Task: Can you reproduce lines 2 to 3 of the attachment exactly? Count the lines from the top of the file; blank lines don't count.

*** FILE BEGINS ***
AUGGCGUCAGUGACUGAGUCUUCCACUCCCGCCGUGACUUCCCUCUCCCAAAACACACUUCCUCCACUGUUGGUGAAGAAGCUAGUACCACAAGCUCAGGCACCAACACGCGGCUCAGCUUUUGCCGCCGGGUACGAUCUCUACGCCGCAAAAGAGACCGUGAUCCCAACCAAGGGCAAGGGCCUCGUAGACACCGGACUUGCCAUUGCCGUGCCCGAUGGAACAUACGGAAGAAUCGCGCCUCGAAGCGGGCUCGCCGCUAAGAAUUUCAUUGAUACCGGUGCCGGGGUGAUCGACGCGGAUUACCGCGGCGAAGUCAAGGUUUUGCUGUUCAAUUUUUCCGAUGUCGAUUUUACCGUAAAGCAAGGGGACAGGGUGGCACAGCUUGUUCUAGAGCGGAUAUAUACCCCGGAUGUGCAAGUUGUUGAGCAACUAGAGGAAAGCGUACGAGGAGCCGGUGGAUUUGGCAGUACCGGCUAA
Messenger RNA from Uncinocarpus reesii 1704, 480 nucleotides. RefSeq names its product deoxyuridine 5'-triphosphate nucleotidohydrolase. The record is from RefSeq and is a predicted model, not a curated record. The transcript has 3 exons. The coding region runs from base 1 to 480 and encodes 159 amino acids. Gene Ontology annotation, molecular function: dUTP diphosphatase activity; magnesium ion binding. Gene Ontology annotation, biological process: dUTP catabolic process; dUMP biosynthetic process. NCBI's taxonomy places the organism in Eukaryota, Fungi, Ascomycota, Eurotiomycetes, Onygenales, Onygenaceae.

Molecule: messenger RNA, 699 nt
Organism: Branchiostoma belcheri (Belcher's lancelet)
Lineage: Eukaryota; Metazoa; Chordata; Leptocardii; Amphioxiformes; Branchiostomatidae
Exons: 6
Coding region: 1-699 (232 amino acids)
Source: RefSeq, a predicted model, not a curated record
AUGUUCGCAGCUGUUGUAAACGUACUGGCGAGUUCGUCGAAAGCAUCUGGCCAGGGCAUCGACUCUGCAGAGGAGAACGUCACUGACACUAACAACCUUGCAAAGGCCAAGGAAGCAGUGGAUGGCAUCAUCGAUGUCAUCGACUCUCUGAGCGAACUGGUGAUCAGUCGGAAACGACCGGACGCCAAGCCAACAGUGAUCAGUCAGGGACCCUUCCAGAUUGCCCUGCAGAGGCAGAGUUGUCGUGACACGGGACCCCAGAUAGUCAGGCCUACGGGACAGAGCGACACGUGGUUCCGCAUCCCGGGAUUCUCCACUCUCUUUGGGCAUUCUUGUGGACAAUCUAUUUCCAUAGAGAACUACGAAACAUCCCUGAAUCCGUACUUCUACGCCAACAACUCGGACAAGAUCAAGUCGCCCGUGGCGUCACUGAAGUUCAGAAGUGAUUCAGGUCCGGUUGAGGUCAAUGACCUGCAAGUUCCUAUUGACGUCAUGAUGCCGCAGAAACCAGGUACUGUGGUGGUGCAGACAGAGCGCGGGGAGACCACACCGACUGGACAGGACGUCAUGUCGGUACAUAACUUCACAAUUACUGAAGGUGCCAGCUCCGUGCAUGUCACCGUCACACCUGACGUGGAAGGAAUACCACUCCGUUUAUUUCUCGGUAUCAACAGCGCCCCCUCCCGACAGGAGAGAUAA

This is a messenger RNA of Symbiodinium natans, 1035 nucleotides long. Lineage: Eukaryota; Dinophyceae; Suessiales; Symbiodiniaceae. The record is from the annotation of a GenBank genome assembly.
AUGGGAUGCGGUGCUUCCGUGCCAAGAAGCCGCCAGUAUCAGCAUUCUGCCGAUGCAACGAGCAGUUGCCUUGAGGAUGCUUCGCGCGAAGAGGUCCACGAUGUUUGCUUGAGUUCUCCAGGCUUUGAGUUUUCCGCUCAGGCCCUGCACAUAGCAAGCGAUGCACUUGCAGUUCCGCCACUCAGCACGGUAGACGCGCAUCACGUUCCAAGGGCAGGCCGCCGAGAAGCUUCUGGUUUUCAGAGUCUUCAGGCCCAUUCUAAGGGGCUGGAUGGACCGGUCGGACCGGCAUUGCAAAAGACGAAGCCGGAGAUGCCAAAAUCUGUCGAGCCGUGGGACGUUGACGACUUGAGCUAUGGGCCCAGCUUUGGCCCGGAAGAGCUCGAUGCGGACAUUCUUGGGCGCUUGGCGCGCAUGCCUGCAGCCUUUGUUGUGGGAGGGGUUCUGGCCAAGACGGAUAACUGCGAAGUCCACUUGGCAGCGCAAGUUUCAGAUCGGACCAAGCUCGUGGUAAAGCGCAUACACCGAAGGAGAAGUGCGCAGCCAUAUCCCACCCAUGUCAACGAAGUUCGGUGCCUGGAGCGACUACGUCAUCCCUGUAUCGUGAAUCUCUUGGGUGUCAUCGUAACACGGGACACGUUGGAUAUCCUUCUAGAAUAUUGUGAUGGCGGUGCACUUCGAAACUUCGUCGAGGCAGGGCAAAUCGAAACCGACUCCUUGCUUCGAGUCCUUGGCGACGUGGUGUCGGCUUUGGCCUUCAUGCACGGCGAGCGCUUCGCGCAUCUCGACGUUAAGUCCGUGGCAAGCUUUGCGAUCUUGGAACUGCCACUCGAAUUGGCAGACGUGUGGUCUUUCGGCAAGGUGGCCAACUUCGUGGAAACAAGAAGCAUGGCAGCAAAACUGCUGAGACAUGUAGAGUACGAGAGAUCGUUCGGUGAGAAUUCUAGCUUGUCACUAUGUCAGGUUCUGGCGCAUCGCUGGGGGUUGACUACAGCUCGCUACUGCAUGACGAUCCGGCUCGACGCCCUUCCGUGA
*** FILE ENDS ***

Messenger RNA from Uncinocarpus reesii 1704, 480 nucleotides. RefSeq names its product deoxyuridine 5'-triphosphate nucleotidohydrolase. The record is from RefSeq and is a predicted model, not a curated record. The transcript has 3 exons. The coding region runs from base 1 to 480 and encodes 159 amino acids. Gene Ontology annotation, molecular function: dUTP diphosphatase activity; magnesium ion binding. Gene Ontology annotation, biological process: dUTP catabolic process; dUMP biosynthetic process. NCBI's taxonomy places the organism in Eukaryota, Fungi, Ascomycota, Eurotiomycetes, Onygenales, Onygenaceae.

Molecule: messenger RNA, 699 nt